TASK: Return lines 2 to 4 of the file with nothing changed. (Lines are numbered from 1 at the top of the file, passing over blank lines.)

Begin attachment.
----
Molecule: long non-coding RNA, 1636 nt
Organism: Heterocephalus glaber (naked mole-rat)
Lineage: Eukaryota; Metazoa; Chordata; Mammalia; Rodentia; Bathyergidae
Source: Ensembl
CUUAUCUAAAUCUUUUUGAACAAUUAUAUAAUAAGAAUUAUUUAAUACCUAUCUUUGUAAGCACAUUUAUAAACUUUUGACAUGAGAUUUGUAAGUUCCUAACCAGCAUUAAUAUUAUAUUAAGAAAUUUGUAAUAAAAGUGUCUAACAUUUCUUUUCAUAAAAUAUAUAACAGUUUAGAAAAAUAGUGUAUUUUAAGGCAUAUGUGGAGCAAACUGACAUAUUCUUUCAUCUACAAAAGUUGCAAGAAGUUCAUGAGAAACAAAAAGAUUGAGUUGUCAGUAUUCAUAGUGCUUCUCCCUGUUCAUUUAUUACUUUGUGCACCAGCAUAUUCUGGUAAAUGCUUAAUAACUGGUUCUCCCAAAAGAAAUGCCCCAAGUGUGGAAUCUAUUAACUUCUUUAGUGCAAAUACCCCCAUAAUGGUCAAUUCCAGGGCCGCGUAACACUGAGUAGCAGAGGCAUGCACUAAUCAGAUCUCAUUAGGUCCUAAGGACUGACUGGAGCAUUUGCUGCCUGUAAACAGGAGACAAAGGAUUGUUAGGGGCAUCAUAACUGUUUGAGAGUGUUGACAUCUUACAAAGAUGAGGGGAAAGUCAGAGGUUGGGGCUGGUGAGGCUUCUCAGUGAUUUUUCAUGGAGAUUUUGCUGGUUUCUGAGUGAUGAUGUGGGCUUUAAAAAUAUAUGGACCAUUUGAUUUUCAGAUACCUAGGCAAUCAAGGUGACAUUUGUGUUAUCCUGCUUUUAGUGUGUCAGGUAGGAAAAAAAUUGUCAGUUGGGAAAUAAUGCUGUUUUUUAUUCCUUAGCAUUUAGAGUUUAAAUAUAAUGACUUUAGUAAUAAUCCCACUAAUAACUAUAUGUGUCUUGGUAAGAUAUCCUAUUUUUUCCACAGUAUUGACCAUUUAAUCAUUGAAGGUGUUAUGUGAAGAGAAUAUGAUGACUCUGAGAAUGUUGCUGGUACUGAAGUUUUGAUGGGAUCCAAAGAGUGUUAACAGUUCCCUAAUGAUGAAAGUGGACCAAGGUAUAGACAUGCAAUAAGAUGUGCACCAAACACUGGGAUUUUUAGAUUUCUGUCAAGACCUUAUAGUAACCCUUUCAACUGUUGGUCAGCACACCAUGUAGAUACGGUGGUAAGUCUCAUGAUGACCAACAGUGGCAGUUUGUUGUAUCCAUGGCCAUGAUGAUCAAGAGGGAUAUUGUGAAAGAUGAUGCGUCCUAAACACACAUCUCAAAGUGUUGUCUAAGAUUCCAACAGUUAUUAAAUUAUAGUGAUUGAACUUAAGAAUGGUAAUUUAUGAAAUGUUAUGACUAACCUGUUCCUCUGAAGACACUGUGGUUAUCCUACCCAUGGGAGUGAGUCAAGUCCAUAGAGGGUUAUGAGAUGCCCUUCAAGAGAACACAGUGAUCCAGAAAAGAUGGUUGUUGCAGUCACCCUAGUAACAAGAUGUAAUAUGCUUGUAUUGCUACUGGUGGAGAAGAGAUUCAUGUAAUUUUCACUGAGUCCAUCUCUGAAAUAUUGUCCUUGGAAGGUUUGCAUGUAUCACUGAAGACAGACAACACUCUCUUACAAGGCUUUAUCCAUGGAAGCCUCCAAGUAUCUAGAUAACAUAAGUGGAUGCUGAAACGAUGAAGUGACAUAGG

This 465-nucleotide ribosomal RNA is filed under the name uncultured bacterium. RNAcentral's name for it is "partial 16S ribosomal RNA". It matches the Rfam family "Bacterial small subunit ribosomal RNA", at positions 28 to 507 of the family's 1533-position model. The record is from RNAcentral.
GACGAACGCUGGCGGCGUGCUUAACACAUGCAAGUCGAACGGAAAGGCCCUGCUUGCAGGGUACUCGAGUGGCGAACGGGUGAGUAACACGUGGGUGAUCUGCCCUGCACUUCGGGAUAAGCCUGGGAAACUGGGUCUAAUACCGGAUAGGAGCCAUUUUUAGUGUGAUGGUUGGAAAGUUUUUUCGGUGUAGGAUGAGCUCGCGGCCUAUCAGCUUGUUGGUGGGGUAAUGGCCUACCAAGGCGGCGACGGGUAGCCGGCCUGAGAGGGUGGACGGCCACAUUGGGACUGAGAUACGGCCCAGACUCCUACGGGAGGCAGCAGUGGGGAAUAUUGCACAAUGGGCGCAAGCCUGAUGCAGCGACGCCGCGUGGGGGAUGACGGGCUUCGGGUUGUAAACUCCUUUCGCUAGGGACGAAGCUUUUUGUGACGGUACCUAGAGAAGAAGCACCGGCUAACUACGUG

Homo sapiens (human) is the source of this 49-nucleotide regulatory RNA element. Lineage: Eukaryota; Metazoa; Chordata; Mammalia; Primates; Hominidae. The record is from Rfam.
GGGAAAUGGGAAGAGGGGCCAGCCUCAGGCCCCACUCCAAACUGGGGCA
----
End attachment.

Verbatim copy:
Organism: Heterocephalus glaber (naked mole-rat)
Lineage: Eukaryota; Metazoa; Chordata; Mammalia; Rodentia; Bathyergidae
Source: Ensembl